Frozen Shoulder 


Frozen Shoulder 

Frozen shoulder, also known as adhesive capsulitis, is a condition that limits movement in the shoulder joint. It usually goes through stages, increasing in pain and stiffness over time. Although the exact cause is unknown, it is characterized by inflammation and thickening of the capsule around the shoulder joint, limiting its range of motion.

What are the Symptoms?

Frozen shoulder typically goes through three stages, each with distinct symptoms:

Freezing phase (first few weeks to months): 

  • Gradual onset of shoulder pain, often worse at night. 
  • Pain increases with movement, especially reaching to the top or back of the head. 
  • Difficulty sleeping due to pain. 

Frozen phase (4-6 months): 

  • The pain may be less severe but the stiffness becomes more noticeable. 
  • Significant range of motion of the shoulder, making daily activities difficult. 
  • Difficulty raising the arm overhead or across the body. 

The melting phase (6 months to 2 years or more): 

  • Gradual improvement in range of motion and reduction in stiffness. 
  • The pain subsides over time. 
  • Full recovery of movement may not always be achieved, but significant improvement is usually seen.

What are the Causes & Risk Factor?

The exact cause of frozen shoulder is not fully understood. However, several factors are believed to contribute to its development:

Predisposing factors of frozen shoulder/ People at risk

Certain factors can increase your risk of developing frozen shoulder:

Diagnosis of Frozen Shoulder

Diagnosis of frozen shoulder usually includes:

 A health care professional will examine your shoulder to identify:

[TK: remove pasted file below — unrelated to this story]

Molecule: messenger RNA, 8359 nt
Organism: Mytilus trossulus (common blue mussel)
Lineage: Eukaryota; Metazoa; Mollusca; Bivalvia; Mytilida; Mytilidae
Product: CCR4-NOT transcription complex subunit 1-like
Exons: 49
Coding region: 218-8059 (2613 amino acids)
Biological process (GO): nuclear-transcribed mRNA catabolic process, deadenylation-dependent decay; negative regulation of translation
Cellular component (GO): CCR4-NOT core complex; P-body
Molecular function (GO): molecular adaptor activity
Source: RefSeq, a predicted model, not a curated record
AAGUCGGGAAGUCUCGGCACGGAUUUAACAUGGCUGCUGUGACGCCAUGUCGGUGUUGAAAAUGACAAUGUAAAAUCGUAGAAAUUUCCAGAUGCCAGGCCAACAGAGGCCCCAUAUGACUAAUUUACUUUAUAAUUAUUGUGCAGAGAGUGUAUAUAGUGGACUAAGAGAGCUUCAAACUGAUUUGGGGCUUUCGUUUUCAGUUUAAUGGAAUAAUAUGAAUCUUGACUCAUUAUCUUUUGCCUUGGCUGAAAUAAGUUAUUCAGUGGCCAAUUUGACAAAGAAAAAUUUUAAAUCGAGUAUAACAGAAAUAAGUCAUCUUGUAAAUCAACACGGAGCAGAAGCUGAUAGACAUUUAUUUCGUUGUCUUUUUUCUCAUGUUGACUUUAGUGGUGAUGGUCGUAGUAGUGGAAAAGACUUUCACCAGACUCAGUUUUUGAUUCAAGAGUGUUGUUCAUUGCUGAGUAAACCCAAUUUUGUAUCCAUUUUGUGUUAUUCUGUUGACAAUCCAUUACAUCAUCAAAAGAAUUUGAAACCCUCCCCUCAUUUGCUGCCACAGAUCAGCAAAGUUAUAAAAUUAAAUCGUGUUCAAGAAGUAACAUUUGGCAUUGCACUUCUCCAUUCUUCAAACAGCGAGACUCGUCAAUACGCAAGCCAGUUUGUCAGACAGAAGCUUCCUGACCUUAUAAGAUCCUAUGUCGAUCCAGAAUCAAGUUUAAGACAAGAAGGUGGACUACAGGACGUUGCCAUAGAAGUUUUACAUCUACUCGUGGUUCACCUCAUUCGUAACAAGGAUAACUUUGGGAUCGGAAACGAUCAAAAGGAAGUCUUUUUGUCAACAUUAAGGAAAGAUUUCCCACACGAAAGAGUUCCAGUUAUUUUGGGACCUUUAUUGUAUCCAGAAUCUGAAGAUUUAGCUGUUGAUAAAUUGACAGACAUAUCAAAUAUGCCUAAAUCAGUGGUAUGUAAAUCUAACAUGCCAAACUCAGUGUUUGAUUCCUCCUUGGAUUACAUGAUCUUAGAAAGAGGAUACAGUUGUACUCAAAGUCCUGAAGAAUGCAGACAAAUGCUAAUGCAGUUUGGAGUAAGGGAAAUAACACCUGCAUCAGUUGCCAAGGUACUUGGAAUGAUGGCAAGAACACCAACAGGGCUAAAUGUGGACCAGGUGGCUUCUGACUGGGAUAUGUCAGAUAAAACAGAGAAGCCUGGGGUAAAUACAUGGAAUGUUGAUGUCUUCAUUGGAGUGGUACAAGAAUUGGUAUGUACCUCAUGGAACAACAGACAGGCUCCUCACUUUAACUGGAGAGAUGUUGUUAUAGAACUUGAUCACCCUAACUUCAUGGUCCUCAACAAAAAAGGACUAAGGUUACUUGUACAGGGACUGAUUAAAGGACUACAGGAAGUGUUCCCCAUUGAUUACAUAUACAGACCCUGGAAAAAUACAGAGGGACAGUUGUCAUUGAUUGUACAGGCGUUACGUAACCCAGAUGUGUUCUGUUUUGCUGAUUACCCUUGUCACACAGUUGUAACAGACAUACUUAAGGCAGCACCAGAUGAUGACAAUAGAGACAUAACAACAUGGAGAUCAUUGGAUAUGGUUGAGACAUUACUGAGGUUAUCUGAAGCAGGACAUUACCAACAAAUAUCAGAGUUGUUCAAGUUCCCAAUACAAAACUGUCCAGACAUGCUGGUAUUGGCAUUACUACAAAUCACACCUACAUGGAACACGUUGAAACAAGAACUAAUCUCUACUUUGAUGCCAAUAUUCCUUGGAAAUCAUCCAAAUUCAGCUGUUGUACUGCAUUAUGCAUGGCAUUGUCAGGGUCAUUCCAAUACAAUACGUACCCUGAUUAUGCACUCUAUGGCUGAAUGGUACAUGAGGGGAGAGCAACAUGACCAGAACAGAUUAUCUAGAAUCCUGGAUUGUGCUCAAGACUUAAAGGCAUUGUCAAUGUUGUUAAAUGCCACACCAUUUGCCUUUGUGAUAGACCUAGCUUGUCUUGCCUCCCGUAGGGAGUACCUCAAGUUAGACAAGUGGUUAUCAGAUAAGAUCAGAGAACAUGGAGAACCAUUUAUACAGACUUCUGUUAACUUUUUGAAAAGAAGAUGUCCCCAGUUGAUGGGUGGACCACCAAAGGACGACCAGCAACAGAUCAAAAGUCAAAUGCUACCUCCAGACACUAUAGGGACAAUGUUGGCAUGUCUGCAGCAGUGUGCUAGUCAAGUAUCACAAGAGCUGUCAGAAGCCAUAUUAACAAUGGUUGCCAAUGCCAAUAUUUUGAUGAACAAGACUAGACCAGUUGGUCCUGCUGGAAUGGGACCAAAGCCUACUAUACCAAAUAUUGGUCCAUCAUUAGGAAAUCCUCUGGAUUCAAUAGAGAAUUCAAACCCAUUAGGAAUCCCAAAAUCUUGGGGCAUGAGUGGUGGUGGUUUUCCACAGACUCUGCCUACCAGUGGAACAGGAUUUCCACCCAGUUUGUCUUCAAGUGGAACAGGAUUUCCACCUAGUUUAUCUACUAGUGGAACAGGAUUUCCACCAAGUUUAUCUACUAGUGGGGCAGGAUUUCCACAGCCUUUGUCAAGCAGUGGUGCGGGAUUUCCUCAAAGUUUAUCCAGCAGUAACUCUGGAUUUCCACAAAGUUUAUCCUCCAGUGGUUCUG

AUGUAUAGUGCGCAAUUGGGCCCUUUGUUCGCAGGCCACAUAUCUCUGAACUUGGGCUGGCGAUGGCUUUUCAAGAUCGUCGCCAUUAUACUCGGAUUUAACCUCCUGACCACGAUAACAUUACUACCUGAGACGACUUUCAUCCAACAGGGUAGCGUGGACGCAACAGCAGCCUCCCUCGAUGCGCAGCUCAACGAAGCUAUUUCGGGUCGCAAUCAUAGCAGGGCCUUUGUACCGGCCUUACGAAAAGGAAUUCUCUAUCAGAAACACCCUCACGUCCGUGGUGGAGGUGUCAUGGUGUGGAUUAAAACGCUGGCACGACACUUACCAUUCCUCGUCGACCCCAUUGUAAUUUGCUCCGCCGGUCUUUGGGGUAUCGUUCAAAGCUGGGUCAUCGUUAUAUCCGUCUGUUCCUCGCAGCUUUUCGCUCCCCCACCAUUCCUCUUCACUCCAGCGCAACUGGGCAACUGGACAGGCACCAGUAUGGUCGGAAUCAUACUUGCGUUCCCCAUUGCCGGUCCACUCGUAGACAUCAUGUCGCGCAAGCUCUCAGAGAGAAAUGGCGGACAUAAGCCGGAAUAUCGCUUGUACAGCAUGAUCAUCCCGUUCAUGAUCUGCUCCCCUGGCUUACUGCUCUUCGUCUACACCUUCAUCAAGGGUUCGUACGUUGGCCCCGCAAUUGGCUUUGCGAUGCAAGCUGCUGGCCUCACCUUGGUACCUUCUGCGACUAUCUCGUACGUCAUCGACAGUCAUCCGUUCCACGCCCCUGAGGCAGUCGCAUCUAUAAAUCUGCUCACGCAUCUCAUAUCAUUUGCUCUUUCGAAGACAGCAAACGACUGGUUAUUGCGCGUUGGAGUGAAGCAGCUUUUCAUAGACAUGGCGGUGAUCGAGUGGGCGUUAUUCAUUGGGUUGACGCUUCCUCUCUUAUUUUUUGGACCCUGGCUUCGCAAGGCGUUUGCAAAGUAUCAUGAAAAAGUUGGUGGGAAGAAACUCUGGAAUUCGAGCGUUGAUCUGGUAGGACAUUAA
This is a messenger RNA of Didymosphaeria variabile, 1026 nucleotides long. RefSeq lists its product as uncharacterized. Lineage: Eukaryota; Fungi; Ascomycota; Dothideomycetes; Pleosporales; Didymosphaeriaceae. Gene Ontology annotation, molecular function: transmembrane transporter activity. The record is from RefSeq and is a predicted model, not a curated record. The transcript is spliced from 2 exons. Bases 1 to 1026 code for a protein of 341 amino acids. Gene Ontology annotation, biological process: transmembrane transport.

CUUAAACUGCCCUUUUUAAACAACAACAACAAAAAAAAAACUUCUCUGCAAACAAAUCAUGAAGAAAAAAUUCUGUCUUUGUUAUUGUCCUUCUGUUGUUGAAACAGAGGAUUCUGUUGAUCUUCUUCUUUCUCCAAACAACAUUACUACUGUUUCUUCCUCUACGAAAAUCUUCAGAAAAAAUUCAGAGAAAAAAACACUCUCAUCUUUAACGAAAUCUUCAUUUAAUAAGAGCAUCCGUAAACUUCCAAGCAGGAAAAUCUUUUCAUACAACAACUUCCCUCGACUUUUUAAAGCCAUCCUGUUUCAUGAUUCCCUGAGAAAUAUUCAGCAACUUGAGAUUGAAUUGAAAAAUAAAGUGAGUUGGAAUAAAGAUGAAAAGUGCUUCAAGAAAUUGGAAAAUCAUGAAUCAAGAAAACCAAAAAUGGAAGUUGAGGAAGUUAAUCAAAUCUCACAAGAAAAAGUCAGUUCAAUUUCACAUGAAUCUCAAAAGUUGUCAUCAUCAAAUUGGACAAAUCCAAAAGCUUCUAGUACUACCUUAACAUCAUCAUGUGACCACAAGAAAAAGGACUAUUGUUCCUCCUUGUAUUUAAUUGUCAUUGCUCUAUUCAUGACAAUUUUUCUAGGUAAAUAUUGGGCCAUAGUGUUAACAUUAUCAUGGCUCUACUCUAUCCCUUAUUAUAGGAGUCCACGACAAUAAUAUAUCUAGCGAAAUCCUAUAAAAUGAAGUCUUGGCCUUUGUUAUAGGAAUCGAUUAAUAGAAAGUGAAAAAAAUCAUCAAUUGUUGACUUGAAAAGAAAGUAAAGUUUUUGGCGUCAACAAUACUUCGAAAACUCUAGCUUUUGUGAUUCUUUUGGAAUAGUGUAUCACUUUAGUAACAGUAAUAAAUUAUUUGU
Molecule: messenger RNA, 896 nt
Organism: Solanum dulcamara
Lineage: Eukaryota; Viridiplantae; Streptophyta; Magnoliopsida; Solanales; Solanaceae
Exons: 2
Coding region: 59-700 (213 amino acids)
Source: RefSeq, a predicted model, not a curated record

• Location and intensity of pain: They will move the shoulder to identify the location of tenderness and assess the degree of pain. 
  • Range of motion: They will gently test the range of motion in your shoulder in different directions to assess the range of stiffness. 
  • Passive range of motion: They may gently move your arm to assess the range of motion due to stiffness. 

Imaging tests are not usually necessary for diagnosis but can sometimes be helpful in ruling out other conditions: 

  • X-rays: X-rays can help identify any underlying bone abnormalities or fractures in the shoulder joint. 
  • MRI scan: In rare cases, an MRI scan may be used to look at soft tissues such as the capsule and rotator cuff for a more detailed diagnosis, especially if there is a variety of shoulder pain and stiffness. Any concerns about the underlying cause. 

Treatment options for frozen shoulder

Treatment focuses on managing pain, improving mobility, and preventing further stiffness. Here’s an overview of common

  • Pain medications: Over-the-counter pain relievers (ibuprofen, acetaminophen) or stronger prescription pain medications can be used to manage pain and discomfort. 
  • Pain management techniques: Strategies such as ultrasound therapy, heat therapy, or electrical stimulation can be used to manage pain and inflammation. 
  • Gentle stretching exercises: Gentle stretching exercises to improve flexibility and range of motion in the shoulder joint. These exercises should be done within your pain tolerance to avoid further injury. 
  • Strengthening exercises: As pain and stiffness improve, strengthening exercises for the muscles around the shoulder joint, including the rotator cuff and core muscles, will be added to the program. This helps improve stability and prevent future problems. 
  • Corticosteroid injection: In some cases, injecting corticosteroids directly into the shoulder joint can relieve pain and reduce inflammation, helping with physical therapy exercises. However, repeated injections are not recommended due to possible side effects. 
  • Manipulation under anesthesia (MUA): In severe cases with significant stiffness, a healthcare professional may recommend manipulation under anesthesia (MUA). This procedure involves gently stretching the shoulder capsule while you are under anesthesia to improve range of motion. This is usually followed by intensive physical therapy to maintain increased mobility. 

Frozen shoulder surgery is rarely necessary and is usually only considered in rare situations when conservative treatment fails to provide significant improvement after a long period of time (usually more than a year). Surgical procedures may include: 

  • Arthroscopic capsule release: A minimally invasive procedure using a camera and small instruments to cut or release narrow portions of the shoulder capsule to improve mobility. 
  • Open capsule release: In some cases, a traditional open incision may be necessary for a more extensive release of the capsule. 

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